5620Re: National Cemetery Grave Markers
- Mar 23, 2009Stephen,
I went to Snell's Antietam Cemetery and Battlefield Administrative History, and it was conspicuously absent from any reference to the laying of headstones at Antietam. Ernst doesn't talk about it either. The only source that I was able to find (other than your Stotlemeyer reference) was an article from the 1950s by Edward Steere that states that headstones were authorized by congress for National Cemeteries that were added to federal authority after 1873. But, since the Antietam Board dallied until 1877 before the deed to the cemetery was finally given to the War department, I wonder if Stotelmeyer is correct?
I'm living in Germany right now, and most of my Antietam books are stateside in a large storage unit, so I don't have my copy of Bivouacs of the Dead with me. If you could indulge me, what is his reference? According to Snell, Biggs had already requested $18,000 for 6,000 headstones and inscriptions by December of 1865. I imagine that it took a while to raise the money, especially given the reluctance on the part of numerous Union states in handing over funds that they pledged, but is it possible that they were ahead of the game?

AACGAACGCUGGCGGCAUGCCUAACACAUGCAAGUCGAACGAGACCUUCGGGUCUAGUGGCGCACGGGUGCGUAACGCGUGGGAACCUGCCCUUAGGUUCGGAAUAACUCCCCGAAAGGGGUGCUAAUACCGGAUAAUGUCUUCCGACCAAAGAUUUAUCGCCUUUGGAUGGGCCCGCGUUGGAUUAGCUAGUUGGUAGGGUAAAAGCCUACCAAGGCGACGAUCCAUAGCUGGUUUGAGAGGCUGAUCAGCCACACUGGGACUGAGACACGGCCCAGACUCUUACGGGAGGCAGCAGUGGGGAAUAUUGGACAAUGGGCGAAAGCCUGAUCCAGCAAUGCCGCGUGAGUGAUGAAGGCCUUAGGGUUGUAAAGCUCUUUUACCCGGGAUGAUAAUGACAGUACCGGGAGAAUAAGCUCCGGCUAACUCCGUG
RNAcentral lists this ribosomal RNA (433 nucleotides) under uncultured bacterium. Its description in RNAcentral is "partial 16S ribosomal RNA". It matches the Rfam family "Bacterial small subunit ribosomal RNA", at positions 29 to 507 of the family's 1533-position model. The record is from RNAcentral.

I seem to remember a photo from the 1870s in Adelman and Smith's Antietam: Then and Now that was taken by Tipton in either 1873 or 1877. Or, maybe it was Frassanito's book. I forget. Either way, if it was from 1873 then there should still be some visible evidence of disturbed ground from erecting the headstones, right?
Just a few thoughts.
--- In TalkAntietam@yahoogroups.com, Stephen Recker <recker@...> wrote:
> It turns out, according to Steve Stotelmyer's Bivouacs of the Dead,
> that the wooden markers were put in during 1867 and were replaced with
> stone markers in 1873.
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